The year ends with bumpy conditions: an aging bull market, slowing economies, political dysfunction, trade uncertainty and tightening financial conditions, to name a few. These can be distracting or give you reason to pause. However, the New Year offers new beginnings and promise.
November and December are some of the busiest months for small business owners. But taking the time to thoughtfully wrap up the year can have a major positive impact on next year. Here are some things business owners should focus on as 2018 comes to an end.
Business success is often measured by size attributes: revenue, number of employees, geographic coverage, growth rates etc. But these measures don’t reflect the functional development of the business – in other words, just how strong is the business, really? Is it able to grow sustainably? Are there opportunities to execute more profitably? Are there critical dependencies that are risks or limitations for the business? Answering these questions requires a framework for thinking about how a business is actually doing, such as this 6-level model.
We’re about to leave 2016, which may go down as one of the most eventful years for investors since the Financial Crisis. The year started with a tumultuous market sell-off, then major geopolitical events including Brexit and the surprise Trump victory. The U.S. stock markets (S&P and Dow Jones) have sky rocketed, the U.S. dollar has soared to its highest level in 14 years and interest rates are on the rise. Some people are concerned. Others may be peering over the bridge’s edge into the icy waters below. There are reasons for nervousness. Control and don’t be discouraged for 2017. Here are three areas all focused on the theme “Be Flexible.”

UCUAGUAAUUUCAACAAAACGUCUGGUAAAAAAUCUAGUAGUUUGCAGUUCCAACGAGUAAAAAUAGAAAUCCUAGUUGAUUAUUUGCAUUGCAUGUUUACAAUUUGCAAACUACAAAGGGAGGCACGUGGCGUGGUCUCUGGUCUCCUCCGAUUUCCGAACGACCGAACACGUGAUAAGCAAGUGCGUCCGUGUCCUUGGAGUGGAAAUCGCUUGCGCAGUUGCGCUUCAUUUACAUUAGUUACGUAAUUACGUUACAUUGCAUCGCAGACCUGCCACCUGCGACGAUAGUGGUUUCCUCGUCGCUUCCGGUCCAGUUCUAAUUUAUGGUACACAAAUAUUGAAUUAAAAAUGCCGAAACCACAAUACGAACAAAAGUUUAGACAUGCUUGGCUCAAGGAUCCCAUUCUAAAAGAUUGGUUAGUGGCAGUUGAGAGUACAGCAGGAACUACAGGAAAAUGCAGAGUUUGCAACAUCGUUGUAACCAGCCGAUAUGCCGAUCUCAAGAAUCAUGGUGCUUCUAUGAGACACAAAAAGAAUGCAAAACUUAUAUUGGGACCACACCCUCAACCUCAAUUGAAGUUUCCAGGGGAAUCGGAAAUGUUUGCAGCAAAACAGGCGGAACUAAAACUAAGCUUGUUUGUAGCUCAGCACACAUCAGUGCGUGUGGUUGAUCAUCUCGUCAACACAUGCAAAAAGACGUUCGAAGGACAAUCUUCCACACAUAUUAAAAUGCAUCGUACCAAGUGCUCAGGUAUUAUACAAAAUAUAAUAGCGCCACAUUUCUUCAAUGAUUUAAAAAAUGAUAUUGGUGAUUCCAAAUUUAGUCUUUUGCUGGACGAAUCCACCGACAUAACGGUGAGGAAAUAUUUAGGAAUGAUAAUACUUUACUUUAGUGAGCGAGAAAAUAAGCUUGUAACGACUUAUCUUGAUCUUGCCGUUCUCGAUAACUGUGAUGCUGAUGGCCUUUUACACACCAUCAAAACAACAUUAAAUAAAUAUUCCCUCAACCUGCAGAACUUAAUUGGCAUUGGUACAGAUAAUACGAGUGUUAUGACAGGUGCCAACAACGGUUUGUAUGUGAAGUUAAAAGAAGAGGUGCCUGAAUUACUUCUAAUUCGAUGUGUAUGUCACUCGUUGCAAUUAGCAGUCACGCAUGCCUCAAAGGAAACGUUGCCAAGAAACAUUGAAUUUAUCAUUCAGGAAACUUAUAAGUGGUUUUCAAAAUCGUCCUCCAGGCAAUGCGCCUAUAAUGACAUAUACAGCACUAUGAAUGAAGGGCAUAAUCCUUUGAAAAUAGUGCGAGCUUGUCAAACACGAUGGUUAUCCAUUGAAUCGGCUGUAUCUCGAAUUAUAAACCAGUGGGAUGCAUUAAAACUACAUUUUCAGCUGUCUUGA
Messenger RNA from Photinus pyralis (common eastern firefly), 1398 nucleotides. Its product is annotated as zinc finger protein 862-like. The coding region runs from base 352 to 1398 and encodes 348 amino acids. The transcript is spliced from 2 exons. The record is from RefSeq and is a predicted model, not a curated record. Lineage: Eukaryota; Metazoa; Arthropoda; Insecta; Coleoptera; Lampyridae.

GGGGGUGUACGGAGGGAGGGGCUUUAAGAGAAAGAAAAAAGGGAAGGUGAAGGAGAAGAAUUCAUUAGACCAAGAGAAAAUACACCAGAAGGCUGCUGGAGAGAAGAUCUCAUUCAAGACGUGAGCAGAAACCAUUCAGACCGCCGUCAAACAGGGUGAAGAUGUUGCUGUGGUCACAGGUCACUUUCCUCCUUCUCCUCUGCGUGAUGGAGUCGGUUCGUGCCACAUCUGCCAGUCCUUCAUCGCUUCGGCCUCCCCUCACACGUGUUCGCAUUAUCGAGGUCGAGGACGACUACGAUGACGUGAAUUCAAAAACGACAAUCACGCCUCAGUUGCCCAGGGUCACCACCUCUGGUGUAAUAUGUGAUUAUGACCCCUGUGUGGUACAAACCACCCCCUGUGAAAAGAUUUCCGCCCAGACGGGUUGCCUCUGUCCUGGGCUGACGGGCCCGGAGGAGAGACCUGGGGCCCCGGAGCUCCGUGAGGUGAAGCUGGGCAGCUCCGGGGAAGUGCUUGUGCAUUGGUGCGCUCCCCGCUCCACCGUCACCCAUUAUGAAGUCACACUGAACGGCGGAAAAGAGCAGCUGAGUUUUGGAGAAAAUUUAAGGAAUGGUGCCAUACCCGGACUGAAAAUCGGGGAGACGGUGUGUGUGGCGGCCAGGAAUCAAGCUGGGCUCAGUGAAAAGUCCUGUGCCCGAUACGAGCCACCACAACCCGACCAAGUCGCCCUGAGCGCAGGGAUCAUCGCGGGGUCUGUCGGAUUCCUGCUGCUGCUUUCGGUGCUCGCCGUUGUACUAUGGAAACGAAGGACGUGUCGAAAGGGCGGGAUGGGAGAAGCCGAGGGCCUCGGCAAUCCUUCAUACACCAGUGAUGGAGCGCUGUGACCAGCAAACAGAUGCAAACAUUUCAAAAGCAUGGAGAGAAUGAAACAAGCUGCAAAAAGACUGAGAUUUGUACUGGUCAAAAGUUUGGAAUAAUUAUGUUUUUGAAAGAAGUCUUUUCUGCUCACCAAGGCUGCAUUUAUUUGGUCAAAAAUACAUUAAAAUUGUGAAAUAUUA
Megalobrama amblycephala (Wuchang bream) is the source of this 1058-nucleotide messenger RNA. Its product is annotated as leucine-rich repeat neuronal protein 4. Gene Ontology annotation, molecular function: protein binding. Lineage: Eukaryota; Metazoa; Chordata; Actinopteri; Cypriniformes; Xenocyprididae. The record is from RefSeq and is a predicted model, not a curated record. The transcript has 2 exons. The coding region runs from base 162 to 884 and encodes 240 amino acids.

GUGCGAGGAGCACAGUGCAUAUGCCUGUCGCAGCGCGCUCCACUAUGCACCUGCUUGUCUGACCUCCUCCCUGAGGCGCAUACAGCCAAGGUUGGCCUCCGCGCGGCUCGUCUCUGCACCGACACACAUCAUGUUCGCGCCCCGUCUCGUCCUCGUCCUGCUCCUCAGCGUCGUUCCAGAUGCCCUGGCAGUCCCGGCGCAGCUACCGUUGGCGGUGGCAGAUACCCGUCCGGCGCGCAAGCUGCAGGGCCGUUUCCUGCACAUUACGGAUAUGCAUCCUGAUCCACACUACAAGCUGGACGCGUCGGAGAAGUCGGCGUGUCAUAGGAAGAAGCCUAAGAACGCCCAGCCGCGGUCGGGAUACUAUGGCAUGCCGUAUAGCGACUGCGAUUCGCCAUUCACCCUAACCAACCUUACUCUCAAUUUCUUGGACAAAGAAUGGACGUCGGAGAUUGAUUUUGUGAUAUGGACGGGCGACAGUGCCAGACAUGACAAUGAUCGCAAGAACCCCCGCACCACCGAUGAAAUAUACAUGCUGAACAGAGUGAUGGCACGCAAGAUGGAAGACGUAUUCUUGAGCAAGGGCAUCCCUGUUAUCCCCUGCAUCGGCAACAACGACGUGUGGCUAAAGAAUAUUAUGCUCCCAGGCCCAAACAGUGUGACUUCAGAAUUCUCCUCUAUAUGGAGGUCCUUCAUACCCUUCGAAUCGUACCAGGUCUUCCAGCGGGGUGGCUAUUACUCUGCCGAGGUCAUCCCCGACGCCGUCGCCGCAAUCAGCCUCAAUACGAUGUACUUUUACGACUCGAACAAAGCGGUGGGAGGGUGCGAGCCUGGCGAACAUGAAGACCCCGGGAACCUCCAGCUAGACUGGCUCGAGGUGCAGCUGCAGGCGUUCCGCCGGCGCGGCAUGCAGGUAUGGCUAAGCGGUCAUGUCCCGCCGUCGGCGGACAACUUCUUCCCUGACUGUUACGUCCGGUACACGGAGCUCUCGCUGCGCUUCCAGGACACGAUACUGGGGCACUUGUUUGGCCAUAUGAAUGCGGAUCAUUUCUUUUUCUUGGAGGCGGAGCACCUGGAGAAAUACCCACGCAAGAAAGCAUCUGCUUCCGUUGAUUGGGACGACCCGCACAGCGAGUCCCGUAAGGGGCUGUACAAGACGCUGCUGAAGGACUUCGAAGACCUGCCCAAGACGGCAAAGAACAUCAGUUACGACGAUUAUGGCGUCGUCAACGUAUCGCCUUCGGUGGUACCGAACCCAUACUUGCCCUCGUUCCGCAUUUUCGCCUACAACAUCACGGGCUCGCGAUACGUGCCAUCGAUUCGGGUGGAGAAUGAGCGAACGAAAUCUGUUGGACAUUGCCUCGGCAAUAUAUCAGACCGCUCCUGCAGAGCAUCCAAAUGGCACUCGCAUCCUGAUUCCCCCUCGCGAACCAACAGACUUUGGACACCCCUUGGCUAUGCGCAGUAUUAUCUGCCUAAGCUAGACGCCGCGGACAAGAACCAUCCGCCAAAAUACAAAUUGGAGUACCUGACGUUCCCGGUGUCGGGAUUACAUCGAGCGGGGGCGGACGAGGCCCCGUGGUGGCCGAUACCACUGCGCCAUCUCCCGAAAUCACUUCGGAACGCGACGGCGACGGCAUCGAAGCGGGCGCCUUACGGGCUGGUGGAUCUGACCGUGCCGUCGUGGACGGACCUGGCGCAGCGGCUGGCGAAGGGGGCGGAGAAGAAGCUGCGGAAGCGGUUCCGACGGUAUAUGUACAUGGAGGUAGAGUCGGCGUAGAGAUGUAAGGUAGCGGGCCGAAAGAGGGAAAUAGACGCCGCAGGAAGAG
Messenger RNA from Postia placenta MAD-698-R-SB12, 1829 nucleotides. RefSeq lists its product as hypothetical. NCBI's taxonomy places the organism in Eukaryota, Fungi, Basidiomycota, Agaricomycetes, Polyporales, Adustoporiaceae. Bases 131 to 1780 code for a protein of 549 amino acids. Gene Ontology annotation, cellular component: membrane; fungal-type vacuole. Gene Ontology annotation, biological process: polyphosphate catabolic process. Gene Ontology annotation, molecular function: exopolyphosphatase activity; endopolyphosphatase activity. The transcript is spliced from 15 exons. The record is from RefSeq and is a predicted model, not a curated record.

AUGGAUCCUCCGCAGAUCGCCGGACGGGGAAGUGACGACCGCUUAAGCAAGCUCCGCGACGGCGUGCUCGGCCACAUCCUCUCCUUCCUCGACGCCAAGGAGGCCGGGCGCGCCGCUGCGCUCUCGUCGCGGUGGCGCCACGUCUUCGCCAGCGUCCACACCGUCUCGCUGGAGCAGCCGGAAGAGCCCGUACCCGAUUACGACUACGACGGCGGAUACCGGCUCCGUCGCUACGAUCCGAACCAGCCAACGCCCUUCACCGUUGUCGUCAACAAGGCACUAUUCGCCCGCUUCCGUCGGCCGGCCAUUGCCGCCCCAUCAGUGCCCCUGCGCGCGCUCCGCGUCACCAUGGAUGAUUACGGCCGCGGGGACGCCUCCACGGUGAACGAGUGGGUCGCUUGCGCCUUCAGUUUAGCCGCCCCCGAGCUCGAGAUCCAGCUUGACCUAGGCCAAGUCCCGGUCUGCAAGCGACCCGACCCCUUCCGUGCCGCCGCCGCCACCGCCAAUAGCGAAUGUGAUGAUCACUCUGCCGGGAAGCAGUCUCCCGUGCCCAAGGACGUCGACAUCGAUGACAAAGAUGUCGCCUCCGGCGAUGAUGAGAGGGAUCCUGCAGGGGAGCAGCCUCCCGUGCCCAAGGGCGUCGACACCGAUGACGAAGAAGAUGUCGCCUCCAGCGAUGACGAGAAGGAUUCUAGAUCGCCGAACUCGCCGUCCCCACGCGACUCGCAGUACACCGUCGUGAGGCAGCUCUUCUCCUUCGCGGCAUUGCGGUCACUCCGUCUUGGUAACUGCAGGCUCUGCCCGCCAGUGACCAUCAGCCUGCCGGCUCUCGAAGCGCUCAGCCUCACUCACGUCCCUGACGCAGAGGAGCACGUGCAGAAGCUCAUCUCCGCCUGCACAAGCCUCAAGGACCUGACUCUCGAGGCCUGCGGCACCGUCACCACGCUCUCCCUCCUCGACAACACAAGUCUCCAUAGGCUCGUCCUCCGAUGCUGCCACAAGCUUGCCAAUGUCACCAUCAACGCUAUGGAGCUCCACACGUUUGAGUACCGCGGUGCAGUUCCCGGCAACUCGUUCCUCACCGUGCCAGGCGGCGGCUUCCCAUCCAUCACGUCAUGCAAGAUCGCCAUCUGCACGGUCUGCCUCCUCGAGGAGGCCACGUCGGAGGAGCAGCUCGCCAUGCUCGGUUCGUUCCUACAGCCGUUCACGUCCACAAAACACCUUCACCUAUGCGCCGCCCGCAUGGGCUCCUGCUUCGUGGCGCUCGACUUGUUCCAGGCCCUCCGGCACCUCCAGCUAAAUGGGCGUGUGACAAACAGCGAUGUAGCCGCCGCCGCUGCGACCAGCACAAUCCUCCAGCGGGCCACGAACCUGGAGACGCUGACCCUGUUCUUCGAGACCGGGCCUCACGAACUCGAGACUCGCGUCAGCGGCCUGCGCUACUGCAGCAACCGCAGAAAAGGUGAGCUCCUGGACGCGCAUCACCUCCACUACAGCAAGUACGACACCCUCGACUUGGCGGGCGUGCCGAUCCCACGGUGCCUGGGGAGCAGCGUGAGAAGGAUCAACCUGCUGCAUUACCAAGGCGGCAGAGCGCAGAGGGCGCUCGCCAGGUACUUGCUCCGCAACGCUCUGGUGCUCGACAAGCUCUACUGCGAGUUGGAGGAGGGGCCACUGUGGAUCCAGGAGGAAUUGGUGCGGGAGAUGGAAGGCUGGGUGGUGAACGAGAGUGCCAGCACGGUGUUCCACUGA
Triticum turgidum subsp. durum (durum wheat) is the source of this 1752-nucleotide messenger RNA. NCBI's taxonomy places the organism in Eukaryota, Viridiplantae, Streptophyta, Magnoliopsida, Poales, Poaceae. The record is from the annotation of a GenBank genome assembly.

An Alternative Financing Workshop will be held tomorrow morning at Reno City Hall. The purpose of the forum is to provide information about innovative financing programs available through economic and community development organizations, financial institutions, and government entities.